Category Archives: Iraq-US

Sleeping with the enemy

Salah EB

Sleeping with the enemy

Washington’s way of doing business with Iraq’s Shia militias will test US strategy in the Middle East as never before, writes Salah Nasrawi

When Iraq’s Shia militias began rising to prominence following advances made by the Islamic State (IS) terror group in 2014, the United States put Baghdad on notice that it could lose military support if Prime Minister Haider Al-Abadi did not reign in militiamen accused of stocking sectarianism.

Official US policy towards the Popular Mobilisation Force (PMF), the umbrella organisation of scores of Shia militias, was negative.

On many occasions the Obama administration threatened that the US-led coalition fighting IS would withhold support for the Iraqi security forces if the Iran-backed militias were deployed in battle, claiming that their involvement could help the militants rally Sunni residents to their cause.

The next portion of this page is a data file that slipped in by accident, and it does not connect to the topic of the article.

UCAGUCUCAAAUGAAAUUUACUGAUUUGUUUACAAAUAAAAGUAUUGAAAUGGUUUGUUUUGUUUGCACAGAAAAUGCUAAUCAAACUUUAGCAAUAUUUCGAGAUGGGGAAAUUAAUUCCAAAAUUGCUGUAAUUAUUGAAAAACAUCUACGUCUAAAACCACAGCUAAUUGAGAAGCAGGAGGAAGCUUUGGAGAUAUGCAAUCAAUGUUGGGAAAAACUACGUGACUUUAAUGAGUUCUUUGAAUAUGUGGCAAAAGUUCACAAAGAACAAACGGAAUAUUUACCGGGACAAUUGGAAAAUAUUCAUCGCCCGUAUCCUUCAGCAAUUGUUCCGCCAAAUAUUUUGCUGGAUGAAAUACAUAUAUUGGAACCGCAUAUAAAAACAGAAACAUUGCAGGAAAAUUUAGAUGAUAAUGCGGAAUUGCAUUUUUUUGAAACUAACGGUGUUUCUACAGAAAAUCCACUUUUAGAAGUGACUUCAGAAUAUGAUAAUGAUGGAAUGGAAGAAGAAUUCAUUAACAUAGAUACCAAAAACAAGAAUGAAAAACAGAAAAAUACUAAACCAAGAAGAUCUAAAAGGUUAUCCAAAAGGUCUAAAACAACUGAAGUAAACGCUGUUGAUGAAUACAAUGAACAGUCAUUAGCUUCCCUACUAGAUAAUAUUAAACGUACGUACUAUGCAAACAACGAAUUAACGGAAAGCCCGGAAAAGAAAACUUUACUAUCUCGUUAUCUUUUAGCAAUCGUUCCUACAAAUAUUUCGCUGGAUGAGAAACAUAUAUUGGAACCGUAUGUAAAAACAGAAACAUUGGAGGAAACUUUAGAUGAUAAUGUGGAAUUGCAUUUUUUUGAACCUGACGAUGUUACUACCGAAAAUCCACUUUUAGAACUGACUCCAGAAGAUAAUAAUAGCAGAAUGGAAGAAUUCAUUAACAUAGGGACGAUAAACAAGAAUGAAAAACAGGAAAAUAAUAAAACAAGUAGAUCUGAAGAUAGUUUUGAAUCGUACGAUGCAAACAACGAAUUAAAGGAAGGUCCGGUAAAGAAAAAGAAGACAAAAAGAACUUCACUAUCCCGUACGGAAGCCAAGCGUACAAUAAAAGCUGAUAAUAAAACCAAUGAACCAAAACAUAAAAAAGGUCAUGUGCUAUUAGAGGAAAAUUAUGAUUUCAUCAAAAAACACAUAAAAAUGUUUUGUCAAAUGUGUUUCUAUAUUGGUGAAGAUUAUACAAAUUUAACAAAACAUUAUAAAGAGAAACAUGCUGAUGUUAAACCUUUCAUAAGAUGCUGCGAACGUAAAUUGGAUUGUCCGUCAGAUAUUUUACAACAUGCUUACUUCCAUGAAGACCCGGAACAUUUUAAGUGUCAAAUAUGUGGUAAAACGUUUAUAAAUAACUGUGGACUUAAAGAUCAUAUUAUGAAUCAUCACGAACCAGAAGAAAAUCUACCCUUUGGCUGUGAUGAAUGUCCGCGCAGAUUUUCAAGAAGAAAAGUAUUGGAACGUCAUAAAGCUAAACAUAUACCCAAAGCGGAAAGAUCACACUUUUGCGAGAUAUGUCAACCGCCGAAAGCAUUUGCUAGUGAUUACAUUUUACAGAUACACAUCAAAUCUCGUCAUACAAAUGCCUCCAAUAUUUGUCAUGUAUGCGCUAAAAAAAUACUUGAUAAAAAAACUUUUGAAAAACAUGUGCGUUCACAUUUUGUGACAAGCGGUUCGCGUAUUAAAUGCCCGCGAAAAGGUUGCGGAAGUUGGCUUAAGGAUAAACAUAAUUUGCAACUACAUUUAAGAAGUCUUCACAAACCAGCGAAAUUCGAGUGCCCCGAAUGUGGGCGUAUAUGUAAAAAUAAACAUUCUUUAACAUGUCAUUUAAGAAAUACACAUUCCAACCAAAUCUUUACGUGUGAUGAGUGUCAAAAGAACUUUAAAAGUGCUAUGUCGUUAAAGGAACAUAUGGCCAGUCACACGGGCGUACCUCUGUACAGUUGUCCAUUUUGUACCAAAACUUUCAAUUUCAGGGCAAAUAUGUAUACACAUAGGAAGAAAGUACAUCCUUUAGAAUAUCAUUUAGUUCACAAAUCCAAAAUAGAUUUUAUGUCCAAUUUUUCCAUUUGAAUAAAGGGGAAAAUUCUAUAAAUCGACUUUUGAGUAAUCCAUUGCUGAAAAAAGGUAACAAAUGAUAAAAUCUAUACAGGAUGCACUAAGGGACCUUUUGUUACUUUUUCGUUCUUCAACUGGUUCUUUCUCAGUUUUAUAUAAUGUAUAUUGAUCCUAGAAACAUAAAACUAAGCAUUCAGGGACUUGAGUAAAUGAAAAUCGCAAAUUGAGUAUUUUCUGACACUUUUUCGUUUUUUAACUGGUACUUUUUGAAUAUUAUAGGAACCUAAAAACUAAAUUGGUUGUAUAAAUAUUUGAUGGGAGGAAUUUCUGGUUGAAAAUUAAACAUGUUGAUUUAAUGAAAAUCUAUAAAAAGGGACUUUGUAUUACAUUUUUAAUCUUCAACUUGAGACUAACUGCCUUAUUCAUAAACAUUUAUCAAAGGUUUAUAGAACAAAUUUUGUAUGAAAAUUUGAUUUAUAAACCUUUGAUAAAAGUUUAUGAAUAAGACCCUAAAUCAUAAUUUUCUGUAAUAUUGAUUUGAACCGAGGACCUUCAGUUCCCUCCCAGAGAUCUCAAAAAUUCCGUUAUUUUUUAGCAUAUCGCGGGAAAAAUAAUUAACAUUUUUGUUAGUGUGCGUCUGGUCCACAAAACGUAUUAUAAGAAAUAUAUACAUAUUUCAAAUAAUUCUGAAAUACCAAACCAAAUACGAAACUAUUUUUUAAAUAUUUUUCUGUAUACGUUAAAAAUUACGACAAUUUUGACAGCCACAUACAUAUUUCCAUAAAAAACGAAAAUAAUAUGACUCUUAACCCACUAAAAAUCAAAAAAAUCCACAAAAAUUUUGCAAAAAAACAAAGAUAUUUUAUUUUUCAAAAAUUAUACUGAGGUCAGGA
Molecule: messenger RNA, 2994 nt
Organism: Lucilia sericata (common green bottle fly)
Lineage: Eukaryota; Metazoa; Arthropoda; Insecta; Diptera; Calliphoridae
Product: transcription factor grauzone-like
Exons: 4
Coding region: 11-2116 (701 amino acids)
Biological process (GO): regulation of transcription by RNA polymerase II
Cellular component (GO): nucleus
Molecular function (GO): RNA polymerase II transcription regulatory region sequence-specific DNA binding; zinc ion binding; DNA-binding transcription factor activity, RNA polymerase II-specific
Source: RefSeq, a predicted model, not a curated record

Things have changed a lot since then. Another script is now running, as Washington seems to be looking favourably on a long-term enemy whom the United States and its regional Sunni allies have accused of being Iran’s proxy in the conflicts in Iraq.

The first glaring sign that Washington had found a new friend in Iraq’s Shia militias came from Brett McGurk, the Obama administration’s point man to Iraq officially known as the US Special Presidential Envoy for the Global Coalition to Counter IS.

On 21 October last year, McGurk tweeted that “the US commends progress by Iraqi security forces & popular mobilisation forces against #ISIL terrorist in Baiji.”